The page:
Chainlink fence with many padlocks on it

Perhaps surprisingly, has long lacked support for constants: that is, referenced values that don’t change throughout the execution of your script. For lack of any alternatives, most constants have been assigned to variables:

var DAYSINWEEK = 7;

This is both dangerous and impractical, since it allows the value of DAYSINWEEK to be changed at any time later in your script. Coders have developed various ways of trying to indicate that a JavaScript variable is actually constant: from writing the name in ALL CAPS (a best practice) to the solutions I will discuss below. Thankfully, the latest version of ECMAScript (the standardized specification that JavaScript is derived from) introduces a true constant:

const DAYSINWEEK = 7;

Thereafter DAYSINWEEK can be referred to like a variable, but can never change its value:

console.log(DAYSINWEEK);
> 7
DAYSINWEEK = 8;
> error

Once it is declared (constants must be initialized using const, and follow the same naming rules as variables), the constant’s name is reserved: you can’t name a variable DAYSINWEEK and have a constant with the same name, or vice-versa.

const has good support in recent browsers: IE11 and Edge, Firefox 31+, Opera 12+, Safari 5.1.7+, iOS 7 and higher, together with Chrome 36+. However, this support comes with some important provisions:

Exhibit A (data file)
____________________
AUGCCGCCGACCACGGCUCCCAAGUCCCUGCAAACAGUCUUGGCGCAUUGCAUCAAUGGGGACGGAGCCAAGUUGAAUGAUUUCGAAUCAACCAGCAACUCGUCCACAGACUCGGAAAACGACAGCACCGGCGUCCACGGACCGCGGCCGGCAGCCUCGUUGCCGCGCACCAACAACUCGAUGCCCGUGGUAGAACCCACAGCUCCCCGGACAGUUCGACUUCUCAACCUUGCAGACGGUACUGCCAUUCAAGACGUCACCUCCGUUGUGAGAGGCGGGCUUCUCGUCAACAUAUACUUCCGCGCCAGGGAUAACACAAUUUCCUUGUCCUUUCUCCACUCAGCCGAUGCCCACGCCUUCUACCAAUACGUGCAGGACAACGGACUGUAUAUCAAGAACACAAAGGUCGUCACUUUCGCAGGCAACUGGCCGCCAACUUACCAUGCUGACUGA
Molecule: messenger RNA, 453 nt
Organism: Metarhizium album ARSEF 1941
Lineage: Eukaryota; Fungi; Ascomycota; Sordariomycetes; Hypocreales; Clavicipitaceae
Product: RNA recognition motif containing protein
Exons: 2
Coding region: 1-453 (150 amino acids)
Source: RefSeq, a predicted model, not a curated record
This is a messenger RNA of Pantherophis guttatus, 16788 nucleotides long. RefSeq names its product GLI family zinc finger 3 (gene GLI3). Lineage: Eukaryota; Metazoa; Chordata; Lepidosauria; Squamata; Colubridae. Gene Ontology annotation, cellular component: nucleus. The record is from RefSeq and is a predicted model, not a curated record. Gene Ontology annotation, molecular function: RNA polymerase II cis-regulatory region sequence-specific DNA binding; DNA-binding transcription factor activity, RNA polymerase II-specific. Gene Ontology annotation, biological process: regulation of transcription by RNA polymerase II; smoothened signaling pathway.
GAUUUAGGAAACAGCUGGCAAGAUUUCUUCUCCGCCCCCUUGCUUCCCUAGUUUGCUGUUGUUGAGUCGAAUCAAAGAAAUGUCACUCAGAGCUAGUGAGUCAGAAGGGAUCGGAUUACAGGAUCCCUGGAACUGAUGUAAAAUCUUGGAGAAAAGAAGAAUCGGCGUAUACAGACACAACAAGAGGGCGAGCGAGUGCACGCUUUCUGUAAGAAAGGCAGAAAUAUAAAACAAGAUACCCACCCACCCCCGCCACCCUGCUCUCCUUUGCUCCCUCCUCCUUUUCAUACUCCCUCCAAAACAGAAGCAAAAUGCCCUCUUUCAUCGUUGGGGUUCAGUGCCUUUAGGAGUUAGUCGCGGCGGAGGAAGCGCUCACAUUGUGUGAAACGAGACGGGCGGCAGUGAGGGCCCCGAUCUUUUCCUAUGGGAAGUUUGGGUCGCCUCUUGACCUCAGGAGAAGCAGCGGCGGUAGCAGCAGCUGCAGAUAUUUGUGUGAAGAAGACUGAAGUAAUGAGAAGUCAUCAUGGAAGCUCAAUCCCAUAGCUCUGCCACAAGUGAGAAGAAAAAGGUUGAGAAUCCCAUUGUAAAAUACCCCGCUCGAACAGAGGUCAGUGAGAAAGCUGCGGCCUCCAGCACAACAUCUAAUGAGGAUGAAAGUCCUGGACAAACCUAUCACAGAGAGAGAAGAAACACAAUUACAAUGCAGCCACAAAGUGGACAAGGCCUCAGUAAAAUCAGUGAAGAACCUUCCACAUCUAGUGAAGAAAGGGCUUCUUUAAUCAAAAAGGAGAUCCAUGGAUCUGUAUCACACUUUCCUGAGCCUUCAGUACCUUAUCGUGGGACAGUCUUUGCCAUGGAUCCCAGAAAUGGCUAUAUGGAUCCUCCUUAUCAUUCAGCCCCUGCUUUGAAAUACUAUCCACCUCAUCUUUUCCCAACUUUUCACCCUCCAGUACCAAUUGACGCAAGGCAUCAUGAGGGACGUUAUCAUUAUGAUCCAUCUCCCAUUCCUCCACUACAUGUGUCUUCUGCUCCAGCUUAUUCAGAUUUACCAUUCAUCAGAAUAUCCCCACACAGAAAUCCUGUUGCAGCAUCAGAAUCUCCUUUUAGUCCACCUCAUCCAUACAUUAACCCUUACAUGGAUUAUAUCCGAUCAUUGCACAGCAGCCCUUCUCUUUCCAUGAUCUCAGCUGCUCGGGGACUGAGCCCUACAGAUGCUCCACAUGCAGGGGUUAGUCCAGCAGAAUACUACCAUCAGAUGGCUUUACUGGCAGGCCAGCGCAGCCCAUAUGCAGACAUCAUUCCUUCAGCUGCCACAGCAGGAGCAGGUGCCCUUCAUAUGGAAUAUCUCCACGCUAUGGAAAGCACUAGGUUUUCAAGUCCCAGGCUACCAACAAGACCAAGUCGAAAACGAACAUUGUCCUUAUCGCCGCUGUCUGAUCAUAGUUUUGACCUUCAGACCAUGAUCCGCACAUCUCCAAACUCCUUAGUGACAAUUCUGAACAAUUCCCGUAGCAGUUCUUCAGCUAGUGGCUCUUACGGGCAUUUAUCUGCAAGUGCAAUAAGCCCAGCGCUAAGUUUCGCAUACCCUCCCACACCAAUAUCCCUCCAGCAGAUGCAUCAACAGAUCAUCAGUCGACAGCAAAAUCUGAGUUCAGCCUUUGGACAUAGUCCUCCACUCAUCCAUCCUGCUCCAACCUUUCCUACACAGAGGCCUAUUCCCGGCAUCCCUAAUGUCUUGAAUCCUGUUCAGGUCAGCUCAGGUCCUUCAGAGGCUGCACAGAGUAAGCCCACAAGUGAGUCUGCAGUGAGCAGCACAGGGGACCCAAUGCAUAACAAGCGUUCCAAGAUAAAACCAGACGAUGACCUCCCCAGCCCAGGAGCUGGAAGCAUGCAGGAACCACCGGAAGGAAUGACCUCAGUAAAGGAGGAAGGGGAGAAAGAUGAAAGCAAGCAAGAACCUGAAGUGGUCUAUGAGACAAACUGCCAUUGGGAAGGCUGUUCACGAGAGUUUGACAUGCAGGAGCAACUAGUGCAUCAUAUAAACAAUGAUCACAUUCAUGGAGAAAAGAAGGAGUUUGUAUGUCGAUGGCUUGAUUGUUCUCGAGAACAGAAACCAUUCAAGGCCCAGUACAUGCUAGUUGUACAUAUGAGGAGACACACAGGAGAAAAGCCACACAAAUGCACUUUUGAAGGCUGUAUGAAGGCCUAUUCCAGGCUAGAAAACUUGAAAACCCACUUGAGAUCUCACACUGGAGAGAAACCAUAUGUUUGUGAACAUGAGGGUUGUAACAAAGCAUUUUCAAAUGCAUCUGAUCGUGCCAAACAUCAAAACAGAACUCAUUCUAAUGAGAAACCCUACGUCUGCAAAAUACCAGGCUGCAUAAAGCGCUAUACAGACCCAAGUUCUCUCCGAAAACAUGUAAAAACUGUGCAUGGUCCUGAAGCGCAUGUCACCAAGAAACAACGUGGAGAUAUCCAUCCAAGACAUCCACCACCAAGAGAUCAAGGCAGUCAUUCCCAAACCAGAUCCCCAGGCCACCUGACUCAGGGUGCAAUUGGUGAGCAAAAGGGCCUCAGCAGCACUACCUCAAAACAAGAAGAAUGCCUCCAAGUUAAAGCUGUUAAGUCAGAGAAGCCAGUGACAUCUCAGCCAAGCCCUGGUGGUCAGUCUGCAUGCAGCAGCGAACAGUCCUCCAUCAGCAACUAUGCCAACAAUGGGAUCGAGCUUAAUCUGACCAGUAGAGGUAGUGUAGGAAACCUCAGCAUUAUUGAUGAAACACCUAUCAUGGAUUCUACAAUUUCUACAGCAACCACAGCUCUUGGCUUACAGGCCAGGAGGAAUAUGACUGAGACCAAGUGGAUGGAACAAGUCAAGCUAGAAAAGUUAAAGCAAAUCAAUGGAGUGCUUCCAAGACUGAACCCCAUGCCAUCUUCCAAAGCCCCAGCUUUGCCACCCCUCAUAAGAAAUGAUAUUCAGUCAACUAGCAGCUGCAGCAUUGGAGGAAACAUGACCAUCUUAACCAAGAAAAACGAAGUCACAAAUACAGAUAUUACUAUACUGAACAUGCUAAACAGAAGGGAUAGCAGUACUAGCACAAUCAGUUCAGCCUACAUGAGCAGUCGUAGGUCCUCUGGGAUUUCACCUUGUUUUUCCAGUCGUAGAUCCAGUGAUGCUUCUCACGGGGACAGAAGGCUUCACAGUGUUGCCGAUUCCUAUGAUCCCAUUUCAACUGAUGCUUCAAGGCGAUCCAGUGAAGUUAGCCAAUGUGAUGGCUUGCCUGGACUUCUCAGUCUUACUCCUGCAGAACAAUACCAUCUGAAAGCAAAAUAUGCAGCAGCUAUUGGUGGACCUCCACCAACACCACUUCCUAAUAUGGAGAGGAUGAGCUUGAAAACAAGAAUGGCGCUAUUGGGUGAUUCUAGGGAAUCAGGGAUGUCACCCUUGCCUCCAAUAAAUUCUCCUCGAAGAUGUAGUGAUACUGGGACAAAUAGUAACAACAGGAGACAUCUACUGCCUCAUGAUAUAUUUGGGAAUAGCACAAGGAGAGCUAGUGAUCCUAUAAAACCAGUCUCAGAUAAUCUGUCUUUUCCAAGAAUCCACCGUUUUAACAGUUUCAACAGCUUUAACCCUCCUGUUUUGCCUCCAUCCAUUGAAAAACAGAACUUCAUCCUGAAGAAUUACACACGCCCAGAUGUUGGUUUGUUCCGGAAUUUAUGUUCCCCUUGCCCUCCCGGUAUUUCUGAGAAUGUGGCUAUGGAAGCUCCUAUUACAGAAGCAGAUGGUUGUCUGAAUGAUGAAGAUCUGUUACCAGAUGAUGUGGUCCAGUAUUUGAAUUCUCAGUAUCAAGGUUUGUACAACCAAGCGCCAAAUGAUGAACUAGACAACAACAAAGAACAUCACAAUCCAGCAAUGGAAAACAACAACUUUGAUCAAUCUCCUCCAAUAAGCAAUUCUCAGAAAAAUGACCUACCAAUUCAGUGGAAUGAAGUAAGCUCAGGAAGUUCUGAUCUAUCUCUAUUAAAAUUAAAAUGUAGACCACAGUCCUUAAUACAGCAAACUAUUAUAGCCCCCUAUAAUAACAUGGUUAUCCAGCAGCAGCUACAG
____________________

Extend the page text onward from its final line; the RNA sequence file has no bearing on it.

1. Chrome does not throw an error if an overwrite is attempted. The value of the constant won’t be altered by any attempts to change it, but a naive coder might assume that a new value will be applied due to the lack of an error message.
  2. constants are not block-scoped in Webkit. That is, references to constants can “leak” outside their current scope.
  3. Firefox 35 and earlier allows you to change the value of const on the fly. This is fixed in Firefox 36+.

It’s worth noting that Webkit’s issues only occur outside of strict mode (the subject of an upcoming article).

Is const Production-Ready?

The choice to use const in your code will depend on several factors: most significantly, the browser versions of site visitors, since a const declaration will be treated as a script error in browsers such as IE10. If you want to use const in development, but are not yet ready to roll it out into production, you have a few choices:

Option 1: Use a transpiler

Transpilers, as the name suggests, transform your code while compiling it into another language: this this case, from ES6 (the specification in which const appears) to ES5. This allows you to develop in the most recent version of the language, but push to production a version that is compatible in a far wider range of browsers. Addy Osmani has an excellent list of ECMAScript transpilers for your use.

Option 2: Define the constant as an object’s property

This will make the value read-only, although the method isn’t terribly elegant:

var week = (function() {
	var internal = {
	"days": "7"
	};
	return {
		get: function(name) { return internal[name]; }
	};
})();

console.log(week.get("days"));
> 7

Object technique courtesy of Burke, photograph by Anton Pree, licensed under Creative Commons.